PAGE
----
* Seasonally adjusted jobless total falls to 2.97 million * Adjusted rate at 7.1 percent, lowest post-unification
* Contrasts with subdued French, Italian data
* Spending picture subdued however by inflation -economists
(Adds economist quotes, background, details)
By Brian Rohan
BERLIN, April 28 (Reuters) - German unemployment fell more than expected in April to a near two-decade low, adding to signs of strength that contrasted with worsening data from other euro zone countries.
The seasonally adjusted figures from the Federal Labour Office showed the number of jobless fell by 37,000, bringing the total to 2.97 million, its lowest point since June 1992.
Germany’s strong recovery underpinned a first rise in euro zone interest rates earlier this month and another rise is expected by July, but there are signs of concern over the impact of higher rates on the countries struggling with high debt.
Other data on Thursday showed Italian business morale unexpectedly fell in April, prompting some economists to say economic activity may have peaked, while French consumer spending fell 0.7 percent. [ID:nLDE7171WU] [ID:nLDE73R0UR]
Still, analysts are hopeful the strong performance of Germany will drag others with it.
“Germany is driving the economy in Europe and other countries will benefit from that,” said Norbert Braems from Sal Oppenheim.
“(German) sentiment indicators are still high despite recent setbacks. The jobless data support this overall picture and bolster the economy in the medium term as they kick-start private consumption.”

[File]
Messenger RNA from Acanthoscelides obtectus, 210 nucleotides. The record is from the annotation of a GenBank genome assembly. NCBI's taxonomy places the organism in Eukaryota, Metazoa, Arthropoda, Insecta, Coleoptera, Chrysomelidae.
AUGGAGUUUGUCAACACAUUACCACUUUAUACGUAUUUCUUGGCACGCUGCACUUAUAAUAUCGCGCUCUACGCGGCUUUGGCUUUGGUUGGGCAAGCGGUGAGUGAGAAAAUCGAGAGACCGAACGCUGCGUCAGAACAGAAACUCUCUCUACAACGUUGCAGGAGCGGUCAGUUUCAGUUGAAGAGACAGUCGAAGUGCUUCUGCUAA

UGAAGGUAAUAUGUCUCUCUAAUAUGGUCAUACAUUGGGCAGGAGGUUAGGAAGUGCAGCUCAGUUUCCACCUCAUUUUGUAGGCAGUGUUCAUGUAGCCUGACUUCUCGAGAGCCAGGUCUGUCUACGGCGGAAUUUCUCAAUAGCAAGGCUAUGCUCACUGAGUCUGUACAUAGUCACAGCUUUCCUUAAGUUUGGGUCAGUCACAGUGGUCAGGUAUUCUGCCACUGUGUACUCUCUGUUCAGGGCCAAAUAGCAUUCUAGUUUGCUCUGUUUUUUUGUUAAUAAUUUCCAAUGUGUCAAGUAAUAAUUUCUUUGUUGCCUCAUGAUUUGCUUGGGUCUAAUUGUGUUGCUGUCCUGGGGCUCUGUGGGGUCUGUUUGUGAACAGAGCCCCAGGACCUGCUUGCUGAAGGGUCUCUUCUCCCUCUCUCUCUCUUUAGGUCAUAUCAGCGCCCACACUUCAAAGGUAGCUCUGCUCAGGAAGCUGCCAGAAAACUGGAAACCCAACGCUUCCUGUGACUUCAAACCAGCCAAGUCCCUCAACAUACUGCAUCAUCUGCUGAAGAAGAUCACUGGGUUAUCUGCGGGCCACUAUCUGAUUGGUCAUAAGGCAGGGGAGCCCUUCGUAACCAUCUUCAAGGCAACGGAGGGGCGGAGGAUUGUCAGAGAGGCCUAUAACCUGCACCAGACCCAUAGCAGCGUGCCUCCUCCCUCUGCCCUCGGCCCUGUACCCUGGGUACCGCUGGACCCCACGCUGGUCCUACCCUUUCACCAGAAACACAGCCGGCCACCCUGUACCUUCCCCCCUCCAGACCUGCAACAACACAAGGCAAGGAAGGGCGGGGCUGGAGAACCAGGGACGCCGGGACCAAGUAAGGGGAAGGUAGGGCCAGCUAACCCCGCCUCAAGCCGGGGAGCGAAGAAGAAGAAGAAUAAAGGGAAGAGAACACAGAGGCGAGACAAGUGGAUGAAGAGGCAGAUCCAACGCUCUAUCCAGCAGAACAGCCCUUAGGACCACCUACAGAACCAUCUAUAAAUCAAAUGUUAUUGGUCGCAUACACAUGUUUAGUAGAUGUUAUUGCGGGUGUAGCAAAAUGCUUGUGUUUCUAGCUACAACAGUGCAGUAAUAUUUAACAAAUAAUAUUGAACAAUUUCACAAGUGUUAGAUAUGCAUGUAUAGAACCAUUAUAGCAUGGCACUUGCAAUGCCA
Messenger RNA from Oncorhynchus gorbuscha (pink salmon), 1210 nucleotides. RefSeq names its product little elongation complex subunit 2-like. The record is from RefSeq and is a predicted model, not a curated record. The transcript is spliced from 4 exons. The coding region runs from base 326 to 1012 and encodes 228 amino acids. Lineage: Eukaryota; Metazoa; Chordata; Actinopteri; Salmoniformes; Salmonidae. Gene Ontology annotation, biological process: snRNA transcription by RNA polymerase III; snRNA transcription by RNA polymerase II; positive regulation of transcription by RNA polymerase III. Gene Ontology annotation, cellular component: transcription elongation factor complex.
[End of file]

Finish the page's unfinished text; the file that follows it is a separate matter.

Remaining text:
The worry for European Central Bank policymakers is that a stronger labour market will prompt high pay awards, generating a second round of price rises to follow a jump in the cost of oil and commodities this year.
“As the unemployment rate has fallen below levels consistent with non-accelerating inflation, wage growth should pick up this year and next, which will probably push inflation in Germany above the average for the eurozone in the course of next year,” said Aline Schuiling from ABN AMRO.
Inflation in Germany accelerated to 2.4 percent in April, its fastest annual rate in 2-1/2 years, feeding speculation that the ECB could raise interest rates again this summer to wrestle down a European rate that hit 2.7 percent last month.
Supported by a buoyant manufacturing sector and domestic demand that has risen as unemployment has declined, Germany has recovered faster than expected from its deepest recession since World War Two.
Firms hired 39,000 more employees in March, according to separate employment data earlier on Thursday.
Berlin this month raised its growth forecast for 2011 to 2.6 percent, saying rising spending by consumers less worried about losing their jobs had marked a turning point and put economic expansion on a strong footing. [ID:nLDE73D1EA]
Signs are emerging however that the pace of growth may have peaked, and expansion will be less rapid in the months ahead.
Recent sentiment measures like Ifo’s business confidence index, the purchasing managers index (PMI) and ZEW’s investor sentiment index have all shown slight declines, consistent with a recent Reuters quarterly poll that sees growth decelerating starting in April after the ECB tightened lending rates.
Market research group GfK’s forward-looking consumer morale index contracted more than expected going into May, largely on expectations that rising consumer prices could wipe out rises in pay.
“Subdued (overall) wage growth and rising inflation suggest that real labour income growth will remain pretty weak,” said Ben May from Capital Economics.
“What’s more, with the fiscal squeeze only just starting, household spending growth will probably only expand at a fairly moderate pace.”
Additional reporting by Christiaan Hetzner, Kerstin Doerr, Eric Kelsey; editing by Patrick Graham